Racism in the aid sector – Report Summary

This is a House of Commons Committee report, with recommendations to government. The Government has two months to respond.

Author: International Development Committee

Related inquiry: The philosophy and culture of aid

Date Published: 23 June 2022

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In the last two years, since the killing of George Floyd in Minneapolis, many countries around the world have faced a day of reckoning on racial injustice in their societies. Questions of equality and dignity have been asked of the aid sector for much longer, but this debate has also intensified in this period.

Racism manifests in the very structure of international aid; the sector still reflects the power relationships of colonialism. It shows up in the terminology that aid actors use to describe the people they work with, and in fundraising campaigns which reinforce stereotypes of people in low- and middle- income countries as helpless and in need of saving.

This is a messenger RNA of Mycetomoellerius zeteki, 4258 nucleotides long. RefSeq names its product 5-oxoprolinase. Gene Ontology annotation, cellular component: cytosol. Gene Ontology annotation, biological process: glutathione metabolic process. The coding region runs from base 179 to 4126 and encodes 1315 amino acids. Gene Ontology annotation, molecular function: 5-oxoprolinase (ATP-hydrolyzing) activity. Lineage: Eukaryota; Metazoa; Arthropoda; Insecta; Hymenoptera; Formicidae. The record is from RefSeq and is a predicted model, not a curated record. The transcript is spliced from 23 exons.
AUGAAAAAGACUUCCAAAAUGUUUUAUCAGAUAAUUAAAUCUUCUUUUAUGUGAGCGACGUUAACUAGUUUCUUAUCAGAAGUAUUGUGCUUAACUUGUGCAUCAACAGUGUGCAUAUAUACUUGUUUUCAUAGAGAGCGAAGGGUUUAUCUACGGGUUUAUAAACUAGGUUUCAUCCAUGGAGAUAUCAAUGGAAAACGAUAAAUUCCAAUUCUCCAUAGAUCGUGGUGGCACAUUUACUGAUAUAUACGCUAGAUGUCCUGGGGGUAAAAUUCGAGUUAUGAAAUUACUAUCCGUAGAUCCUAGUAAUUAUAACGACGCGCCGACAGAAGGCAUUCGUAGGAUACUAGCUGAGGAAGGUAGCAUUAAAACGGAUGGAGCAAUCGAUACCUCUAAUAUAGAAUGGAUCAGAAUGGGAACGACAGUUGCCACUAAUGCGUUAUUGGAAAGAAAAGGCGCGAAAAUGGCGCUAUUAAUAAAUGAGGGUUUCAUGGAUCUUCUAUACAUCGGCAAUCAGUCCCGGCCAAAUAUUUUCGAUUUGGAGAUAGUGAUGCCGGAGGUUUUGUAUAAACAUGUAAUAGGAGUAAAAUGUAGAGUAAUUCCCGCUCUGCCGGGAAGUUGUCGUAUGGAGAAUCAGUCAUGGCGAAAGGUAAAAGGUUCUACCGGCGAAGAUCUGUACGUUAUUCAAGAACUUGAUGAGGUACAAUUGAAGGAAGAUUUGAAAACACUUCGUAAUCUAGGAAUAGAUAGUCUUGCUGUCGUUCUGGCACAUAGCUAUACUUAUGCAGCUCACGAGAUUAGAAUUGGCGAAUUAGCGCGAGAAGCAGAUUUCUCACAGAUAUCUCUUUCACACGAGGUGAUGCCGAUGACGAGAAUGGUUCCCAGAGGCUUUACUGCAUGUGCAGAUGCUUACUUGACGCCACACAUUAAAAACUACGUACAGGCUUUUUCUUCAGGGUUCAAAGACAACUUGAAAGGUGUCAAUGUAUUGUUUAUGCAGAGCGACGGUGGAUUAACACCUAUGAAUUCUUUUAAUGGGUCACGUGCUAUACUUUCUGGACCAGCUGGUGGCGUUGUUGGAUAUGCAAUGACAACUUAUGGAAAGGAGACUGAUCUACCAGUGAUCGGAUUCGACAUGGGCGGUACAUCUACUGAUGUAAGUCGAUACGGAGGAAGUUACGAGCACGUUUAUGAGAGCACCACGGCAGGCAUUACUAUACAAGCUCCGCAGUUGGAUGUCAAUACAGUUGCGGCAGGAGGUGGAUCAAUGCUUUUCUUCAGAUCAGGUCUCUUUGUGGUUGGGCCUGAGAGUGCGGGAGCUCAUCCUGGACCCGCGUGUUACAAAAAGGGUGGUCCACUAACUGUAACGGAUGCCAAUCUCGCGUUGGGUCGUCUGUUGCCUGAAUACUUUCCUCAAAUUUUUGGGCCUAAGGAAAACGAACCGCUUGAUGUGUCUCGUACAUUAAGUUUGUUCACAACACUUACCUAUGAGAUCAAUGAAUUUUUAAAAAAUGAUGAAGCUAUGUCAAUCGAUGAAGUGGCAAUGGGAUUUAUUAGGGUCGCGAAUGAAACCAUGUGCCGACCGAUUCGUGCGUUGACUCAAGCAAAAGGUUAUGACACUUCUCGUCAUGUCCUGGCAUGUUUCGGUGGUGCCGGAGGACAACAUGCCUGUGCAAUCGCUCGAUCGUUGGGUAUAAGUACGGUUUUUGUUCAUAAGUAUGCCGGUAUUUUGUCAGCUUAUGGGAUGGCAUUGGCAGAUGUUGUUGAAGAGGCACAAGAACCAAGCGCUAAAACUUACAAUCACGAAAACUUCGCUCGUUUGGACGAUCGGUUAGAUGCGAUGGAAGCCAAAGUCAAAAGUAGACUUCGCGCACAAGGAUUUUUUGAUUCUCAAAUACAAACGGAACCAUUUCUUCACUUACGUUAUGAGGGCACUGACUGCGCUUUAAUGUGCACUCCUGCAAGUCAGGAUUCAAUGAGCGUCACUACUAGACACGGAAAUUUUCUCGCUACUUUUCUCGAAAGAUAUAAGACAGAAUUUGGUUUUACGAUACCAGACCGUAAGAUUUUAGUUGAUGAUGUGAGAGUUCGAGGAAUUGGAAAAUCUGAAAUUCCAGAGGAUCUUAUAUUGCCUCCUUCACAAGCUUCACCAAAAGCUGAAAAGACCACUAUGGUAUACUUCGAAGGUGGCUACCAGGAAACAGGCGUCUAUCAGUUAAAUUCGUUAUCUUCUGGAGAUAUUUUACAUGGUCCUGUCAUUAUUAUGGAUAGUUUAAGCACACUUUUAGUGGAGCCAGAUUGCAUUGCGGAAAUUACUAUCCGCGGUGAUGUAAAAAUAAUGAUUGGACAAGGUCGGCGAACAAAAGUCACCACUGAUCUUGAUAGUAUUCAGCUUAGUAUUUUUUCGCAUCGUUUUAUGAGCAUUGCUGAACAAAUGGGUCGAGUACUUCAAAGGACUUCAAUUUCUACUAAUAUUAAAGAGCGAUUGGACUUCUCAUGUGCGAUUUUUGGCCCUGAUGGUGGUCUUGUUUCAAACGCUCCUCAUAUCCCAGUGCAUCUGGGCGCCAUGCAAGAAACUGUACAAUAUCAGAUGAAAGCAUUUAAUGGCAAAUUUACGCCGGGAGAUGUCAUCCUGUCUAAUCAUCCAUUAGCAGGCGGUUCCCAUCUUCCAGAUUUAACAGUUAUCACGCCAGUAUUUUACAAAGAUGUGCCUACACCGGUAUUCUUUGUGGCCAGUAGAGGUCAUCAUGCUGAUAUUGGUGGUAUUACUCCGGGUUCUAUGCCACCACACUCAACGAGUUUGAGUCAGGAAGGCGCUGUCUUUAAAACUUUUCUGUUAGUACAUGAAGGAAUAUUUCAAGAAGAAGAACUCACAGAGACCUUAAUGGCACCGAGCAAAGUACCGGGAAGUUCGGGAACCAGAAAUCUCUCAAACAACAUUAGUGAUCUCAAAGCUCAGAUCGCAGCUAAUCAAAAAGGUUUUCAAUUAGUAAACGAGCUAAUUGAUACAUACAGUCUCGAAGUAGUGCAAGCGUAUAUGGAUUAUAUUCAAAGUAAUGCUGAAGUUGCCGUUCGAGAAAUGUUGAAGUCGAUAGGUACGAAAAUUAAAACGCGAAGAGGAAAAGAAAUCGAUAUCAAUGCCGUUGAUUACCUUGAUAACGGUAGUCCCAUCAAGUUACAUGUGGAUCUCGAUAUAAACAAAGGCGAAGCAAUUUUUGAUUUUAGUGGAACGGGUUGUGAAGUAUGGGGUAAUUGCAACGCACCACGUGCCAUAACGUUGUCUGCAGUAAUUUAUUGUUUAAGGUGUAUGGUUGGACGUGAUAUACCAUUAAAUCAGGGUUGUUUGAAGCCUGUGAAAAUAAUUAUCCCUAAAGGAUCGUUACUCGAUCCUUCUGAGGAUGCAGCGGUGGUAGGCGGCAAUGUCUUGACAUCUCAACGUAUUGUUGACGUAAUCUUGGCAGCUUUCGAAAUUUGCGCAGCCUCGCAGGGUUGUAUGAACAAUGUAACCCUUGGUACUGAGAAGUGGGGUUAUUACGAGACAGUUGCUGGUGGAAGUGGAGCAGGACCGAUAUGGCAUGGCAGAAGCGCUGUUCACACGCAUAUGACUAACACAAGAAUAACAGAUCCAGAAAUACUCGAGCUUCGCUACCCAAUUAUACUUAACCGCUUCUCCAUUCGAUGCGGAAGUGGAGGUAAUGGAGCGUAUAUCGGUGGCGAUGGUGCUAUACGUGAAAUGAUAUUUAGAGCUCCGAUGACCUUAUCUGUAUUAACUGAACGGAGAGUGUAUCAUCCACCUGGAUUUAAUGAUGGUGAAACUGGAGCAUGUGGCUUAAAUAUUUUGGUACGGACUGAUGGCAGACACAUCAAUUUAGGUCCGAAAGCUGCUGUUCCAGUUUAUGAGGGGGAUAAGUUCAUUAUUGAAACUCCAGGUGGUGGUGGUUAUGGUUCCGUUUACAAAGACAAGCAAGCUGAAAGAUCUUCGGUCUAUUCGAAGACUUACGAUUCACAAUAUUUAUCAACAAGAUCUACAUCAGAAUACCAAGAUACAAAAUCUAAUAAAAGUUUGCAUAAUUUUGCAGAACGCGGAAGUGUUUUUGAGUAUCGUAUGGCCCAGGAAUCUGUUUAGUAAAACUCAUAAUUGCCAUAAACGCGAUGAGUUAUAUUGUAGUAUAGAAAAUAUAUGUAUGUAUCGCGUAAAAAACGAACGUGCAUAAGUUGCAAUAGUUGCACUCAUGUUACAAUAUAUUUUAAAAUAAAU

Donors, such as the Foreign, Commonwealth and Development Office, multilateral organisations, international non-governmental organisations, and private sector contractors must recognise racism in the sector. They should undertake to shift decision-making power and resources to the communities they work with. The manner in which some cuts to UK funded aid programmes took place, with little or no consultation of the implementing partners or the communities affected, demonstrated the power imbalance that exists and the urgent need for equity.

We heard that the aid sector has a problem if its workforce does not reflect those it works with. High barriers to entry make it challenging for staff from under-represented groups to obtain core policy jobs in the sector. Data shows under-representation at all levels, with the least diversity in leadership positions. There are also inequalities in the positions and pay available to internationally hired staff which are often not available to locally hired staff. These disparities are underpinned by preferences for international experience over contextual or cultural knowledge and assumptions of best practice originating in White majority, high-income countries.